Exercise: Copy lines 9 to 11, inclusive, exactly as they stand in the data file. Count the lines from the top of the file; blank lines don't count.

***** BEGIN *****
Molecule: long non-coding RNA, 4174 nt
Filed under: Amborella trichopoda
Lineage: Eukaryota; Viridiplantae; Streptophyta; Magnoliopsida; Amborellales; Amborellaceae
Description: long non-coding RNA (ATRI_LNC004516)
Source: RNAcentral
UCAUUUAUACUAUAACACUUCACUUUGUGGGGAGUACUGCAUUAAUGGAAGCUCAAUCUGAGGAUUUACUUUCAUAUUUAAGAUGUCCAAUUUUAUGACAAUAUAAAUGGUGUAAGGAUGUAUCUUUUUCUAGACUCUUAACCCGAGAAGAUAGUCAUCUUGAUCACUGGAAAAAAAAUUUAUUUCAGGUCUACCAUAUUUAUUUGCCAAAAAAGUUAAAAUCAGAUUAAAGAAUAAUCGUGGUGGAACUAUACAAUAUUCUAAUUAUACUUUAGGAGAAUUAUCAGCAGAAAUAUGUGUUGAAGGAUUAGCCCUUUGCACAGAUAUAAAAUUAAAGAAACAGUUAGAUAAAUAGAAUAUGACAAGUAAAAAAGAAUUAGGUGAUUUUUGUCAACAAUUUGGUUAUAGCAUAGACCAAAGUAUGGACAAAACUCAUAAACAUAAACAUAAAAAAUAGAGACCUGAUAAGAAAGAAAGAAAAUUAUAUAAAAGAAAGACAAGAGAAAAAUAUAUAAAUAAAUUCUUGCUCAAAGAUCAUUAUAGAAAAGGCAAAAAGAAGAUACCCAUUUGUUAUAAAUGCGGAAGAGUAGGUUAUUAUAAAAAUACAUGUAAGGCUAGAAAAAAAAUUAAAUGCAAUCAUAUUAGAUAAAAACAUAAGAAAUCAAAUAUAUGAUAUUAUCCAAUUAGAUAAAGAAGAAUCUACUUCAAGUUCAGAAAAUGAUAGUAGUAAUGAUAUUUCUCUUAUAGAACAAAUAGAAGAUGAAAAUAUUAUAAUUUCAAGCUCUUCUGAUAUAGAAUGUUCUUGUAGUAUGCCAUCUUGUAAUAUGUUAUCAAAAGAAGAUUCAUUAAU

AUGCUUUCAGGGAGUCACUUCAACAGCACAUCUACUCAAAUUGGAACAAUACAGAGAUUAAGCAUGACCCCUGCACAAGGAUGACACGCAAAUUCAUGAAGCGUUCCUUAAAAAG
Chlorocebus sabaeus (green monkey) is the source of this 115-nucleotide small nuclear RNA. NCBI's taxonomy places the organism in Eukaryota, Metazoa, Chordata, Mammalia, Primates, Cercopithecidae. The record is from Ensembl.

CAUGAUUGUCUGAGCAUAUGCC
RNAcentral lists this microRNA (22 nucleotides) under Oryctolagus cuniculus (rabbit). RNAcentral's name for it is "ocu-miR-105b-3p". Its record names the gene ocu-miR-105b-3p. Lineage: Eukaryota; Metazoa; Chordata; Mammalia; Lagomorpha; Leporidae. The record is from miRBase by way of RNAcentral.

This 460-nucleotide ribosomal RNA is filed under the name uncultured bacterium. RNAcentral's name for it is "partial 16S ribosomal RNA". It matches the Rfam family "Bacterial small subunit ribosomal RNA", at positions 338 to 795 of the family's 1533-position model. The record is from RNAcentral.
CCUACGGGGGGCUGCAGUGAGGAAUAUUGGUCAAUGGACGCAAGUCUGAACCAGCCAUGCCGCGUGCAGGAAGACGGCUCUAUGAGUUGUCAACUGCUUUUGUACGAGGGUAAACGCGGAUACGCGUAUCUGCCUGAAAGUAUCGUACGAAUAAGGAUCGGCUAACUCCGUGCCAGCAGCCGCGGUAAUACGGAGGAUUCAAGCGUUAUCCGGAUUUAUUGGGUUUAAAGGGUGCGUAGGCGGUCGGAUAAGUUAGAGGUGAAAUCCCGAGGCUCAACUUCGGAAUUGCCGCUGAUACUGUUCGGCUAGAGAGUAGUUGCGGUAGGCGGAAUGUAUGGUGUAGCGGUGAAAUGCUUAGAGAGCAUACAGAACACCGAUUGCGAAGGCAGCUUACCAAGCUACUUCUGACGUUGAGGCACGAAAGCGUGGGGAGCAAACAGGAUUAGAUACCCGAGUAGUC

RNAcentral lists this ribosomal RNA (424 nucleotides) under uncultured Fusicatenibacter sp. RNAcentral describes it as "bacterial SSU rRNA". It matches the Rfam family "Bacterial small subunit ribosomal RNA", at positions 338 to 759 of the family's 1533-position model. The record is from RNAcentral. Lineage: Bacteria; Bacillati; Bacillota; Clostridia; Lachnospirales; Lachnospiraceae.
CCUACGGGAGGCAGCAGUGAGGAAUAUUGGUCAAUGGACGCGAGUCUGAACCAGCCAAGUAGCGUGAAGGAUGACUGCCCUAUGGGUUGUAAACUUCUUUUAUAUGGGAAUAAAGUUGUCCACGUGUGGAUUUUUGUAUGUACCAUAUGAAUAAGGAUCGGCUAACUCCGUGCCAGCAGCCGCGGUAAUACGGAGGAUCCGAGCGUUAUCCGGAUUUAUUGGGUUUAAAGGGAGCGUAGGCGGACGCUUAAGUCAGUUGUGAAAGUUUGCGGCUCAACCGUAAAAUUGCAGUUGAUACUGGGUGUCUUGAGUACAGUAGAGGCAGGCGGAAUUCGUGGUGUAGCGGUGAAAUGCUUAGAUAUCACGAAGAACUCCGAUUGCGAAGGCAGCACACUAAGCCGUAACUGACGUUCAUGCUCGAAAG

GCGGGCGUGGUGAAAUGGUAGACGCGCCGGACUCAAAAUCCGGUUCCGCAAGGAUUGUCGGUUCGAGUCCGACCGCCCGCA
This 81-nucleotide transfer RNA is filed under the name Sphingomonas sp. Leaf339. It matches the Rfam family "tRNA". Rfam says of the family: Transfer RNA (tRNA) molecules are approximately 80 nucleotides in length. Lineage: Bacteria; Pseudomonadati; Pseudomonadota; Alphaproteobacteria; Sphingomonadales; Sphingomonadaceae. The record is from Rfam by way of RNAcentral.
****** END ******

CAUGAUUGUCUGAGCAUAUGCC
RNAcentral lists this microRNA (22 nucleotides) under Oryctolagus cuniculus (rabbit). RNAcentral's name for it is "ocu-miR-105b-3p". Its record names the gene ocu-miR-105b-3p. Lineage: Eukaryota; Metazoa; Chordata; Mammalia; Lagomorpha; Leporidae. The record is from miRBase by way of RNAcentral.

This 460-nucleotide ribosomal RNA is filed under the name uncultured bacterium. RNAcentral's name for it is "partial 16S ribosomal RNA". It matches the Rfam family "Bacterial small subunit ribosomal RNA", at positions 338 to 795 of the family's 1533-position model. The record is from RNAcentral.